By Jake Donovan

From the moment they began pricing out the rest of the industry, cable giant HBO has been looked upon as the face of boxing.

They’ve reached a point where other networks don’t even try to outbid them, instead simply chasing after whatever fights in which little to no interest is expressed by HBO.

The result has been only one place to turn for the types of fights that are guaranteed to grab the headlines the next morning, while other networks offer – at best – mouthwatering matchups that appeal to the sport’s hardcore, but with little to no exposure beyond that.

That’s not to say that every fight on HBO is a big event. The network has caught more than its fair share of justified criticism for some terrible decision-making, be it blatant mismatches in the form of showcase bouts for its house fighters or grossly overpaying for certain fights just to ensure that no other network even threatens to express interest, never mind create a bidding war for a fighter’s services.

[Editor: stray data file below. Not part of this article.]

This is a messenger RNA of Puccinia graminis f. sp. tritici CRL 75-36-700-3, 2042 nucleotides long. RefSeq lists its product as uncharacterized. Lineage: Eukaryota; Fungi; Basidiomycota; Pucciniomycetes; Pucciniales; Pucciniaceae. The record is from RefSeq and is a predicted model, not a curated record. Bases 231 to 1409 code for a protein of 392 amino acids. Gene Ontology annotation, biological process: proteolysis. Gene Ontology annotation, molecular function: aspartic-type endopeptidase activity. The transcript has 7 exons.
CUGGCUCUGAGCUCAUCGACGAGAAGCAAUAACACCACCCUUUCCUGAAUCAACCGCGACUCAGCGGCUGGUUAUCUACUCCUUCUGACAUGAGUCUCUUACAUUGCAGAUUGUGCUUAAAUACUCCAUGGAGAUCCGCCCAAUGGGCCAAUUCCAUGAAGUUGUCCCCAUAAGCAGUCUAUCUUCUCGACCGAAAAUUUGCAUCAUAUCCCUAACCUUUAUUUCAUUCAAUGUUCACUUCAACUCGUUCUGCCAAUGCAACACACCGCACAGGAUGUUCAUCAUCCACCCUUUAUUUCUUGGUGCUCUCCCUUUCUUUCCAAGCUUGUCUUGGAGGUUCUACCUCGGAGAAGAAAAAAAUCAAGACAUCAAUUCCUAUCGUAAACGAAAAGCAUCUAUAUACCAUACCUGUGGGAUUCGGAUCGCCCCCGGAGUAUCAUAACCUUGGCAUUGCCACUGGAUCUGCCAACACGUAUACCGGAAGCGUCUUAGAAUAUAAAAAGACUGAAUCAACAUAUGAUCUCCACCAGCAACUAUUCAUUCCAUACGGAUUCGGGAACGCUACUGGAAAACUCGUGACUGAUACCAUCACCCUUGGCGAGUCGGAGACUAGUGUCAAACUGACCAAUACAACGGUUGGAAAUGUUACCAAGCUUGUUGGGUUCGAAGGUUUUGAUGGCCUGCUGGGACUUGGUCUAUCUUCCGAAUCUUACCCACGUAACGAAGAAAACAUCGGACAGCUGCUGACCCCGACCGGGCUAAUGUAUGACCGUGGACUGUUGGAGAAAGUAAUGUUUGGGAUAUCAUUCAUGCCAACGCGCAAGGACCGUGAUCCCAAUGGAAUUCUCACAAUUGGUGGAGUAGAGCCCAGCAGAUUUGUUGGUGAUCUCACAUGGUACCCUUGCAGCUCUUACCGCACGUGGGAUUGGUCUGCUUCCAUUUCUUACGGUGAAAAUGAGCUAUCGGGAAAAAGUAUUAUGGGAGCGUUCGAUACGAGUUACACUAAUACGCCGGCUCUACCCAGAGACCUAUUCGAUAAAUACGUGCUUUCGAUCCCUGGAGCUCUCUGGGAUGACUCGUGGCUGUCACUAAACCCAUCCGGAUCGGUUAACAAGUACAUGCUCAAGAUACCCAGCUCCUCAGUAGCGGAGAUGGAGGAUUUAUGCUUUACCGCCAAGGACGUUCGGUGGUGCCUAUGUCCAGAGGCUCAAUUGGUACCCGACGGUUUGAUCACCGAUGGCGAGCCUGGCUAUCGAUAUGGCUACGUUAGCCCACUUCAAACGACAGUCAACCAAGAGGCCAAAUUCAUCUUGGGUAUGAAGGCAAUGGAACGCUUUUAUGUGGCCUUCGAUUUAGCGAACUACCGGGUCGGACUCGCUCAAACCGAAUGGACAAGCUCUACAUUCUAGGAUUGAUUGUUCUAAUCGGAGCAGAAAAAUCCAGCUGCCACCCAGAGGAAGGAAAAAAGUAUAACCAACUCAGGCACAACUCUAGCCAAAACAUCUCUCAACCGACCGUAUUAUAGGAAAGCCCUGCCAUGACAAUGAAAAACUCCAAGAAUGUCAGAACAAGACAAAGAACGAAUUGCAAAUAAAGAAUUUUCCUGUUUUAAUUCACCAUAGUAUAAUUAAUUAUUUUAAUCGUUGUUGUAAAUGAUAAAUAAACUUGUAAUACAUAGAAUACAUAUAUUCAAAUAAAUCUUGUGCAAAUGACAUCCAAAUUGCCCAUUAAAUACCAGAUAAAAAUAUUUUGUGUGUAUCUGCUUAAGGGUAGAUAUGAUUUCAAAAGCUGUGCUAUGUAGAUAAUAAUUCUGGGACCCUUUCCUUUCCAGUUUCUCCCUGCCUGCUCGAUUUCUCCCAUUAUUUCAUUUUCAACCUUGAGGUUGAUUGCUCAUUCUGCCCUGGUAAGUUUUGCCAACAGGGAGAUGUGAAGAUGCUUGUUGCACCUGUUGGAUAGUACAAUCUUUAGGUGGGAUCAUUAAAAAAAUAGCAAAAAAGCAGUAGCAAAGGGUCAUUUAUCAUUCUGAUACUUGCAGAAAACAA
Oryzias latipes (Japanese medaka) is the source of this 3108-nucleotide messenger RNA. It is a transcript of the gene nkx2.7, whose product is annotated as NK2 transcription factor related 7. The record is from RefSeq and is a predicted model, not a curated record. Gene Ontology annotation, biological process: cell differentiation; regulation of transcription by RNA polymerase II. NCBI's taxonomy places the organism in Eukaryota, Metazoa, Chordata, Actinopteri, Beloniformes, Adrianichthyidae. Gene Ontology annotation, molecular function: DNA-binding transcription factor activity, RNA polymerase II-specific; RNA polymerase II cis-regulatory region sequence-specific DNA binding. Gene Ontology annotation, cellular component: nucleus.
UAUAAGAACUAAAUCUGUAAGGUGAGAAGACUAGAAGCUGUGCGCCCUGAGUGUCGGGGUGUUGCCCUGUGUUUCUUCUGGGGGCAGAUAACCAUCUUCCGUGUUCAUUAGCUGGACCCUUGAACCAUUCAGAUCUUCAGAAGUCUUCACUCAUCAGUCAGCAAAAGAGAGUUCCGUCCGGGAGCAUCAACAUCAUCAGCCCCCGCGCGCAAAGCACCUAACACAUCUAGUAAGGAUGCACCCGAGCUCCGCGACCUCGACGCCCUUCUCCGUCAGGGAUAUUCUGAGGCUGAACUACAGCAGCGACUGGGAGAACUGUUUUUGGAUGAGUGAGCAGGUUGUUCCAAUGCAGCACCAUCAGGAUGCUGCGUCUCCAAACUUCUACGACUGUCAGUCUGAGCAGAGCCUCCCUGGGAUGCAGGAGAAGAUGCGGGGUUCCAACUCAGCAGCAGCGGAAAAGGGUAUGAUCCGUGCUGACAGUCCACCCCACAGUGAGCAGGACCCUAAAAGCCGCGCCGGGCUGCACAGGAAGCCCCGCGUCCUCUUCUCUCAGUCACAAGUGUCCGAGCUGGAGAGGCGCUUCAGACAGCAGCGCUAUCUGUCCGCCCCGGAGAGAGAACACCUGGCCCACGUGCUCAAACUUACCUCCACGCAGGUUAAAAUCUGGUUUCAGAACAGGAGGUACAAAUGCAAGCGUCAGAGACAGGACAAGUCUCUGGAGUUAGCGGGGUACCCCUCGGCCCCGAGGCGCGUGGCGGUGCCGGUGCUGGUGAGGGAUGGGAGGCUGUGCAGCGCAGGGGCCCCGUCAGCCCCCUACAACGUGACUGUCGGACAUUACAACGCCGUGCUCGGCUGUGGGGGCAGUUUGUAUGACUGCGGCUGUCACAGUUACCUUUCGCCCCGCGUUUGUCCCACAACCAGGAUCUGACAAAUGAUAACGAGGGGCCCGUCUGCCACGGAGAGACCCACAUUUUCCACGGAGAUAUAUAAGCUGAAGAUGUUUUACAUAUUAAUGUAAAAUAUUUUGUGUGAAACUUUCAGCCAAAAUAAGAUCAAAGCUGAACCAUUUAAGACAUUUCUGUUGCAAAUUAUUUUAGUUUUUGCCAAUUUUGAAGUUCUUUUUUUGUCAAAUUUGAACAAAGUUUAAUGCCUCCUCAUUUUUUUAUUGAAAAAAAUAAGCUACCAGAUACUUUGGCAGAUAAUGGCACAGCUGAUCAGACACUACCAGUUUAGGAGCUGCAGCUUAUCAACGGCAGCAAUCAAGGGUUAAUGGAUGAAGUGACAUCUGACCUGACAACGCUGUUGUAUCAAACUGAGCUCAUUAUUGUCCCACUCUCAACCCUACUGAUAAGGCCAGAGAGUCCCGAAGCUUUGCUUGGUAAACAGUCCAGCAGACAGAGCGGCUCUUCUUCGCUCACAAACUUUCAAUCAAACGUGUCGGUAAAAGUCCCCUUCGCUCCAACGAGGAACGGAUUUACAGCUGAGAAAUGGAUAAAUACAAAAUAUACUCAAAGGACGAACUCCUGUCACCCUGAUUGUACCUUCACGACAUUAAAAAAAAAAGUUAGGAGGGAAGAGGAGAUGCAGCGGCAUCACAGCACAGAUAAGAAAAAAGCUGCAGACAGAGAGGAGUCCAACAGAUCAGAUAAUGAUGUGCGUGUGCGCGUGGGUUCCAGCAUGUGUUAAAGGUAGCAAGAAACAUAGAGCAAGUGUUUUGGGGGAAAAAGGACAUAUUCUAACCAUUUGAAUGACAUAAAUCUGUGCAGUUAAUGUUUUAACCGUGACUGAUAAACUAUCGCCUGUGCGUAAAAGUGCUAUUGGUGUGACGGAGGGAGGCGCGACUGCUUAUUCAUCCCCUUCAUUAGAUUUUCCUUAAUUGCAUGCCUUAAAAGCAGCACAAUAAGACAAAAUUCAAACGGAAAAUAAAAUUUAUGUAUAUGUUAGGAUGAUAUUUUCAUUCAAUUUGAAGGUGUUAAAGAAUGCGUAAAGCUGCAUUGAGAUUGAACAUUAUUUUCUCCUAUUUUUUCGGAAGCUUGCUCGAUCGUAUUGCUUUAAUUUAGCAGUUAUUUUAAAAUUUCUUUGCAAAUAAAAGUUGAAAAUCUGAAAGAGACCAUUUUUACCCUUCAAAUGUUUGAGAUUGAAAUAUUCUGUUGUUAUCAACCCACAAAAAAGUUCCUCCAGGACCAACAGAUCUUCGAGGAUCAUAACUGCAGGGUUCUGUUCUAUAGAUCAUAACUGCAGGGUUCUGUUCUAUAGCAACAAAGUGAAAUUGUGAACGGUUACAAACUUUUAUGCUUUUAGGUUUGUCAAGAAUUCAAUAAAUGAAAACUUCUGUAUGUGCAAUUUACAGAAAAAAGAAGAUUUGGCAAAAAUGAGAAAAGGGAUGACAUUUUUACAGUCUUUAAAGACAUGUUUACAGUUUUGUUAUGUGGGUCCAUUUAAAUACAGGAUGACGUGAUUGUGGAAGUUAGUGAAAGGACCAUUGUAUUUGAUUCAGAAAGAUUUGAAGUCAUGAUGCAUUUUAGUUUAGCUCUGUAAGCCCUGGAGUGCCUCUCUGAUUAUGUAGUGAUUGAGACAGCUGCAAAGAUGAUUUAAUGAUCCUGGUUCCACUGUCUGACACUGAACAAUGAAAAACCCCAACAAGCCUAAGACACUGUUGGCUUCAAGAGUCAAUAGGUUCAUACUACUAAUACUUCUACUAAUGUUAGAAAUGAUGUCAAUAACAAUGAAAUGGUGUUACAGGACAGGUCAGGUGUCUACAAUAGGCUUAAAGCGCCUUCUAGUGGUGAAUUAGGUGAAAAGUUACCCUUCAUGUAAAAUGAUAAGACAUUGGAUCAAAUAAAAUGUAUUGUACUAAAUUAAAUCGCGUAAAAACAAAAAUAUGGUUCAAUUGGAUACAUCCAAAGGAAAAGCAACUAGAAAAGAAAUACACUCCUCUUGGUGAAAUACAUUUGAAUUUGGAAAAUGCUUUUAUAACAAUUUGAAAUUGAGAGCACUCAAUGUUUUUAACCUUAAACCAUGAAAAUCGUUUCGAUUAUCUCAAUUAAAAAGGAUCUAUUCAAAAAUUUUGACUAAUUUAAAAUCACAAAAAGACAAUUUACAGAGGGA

It’s also not to say that other networks aren’t capable of stepping up. Showtime has often received praise for its ability to make more with less, and on several occasions putting out a superior product to its premium cable rival.

HBO was involved in 2009’s Fight of the Year, the first time it could claim such honors in five years. Showtime played host to the best fight three times in a four-year stretch at one point, presenting the Fight of the Year in 2005 (Diego Corrales-Jose Luis Castillo I), 2007 (Israel Vazquez-Rafael Marquez II) and 2008 (Vazquez-Marquez III). 

For the most part, though, the sport’s biggest events wind up on the self-proclaimed Network of Champions. It’s been more than a decade since Showtime has solely produced a pay-per-view event that landed among the year’s best sellers. Any other network that ventures into the PPV business does backflips any time it comes within sniffing distance of 100,000 buys, which isn’t very often at all.

But for all of the slack HBO catches for merely getting by on it having the deepest pockets in the sport, what would happen if one day they decided to turn off the faucet and left it up to everyone else to carry the torch?

In some ways, the industry has already begun to respond, though the early returns aren’t completely promising.

Networks like ESPN2, Telefutura, Telemundo and Fox Sports remain the sport’s equivalents of the minor leagues, only sporadically offering a major fight but for the most part remaining on the prospect or comeback level.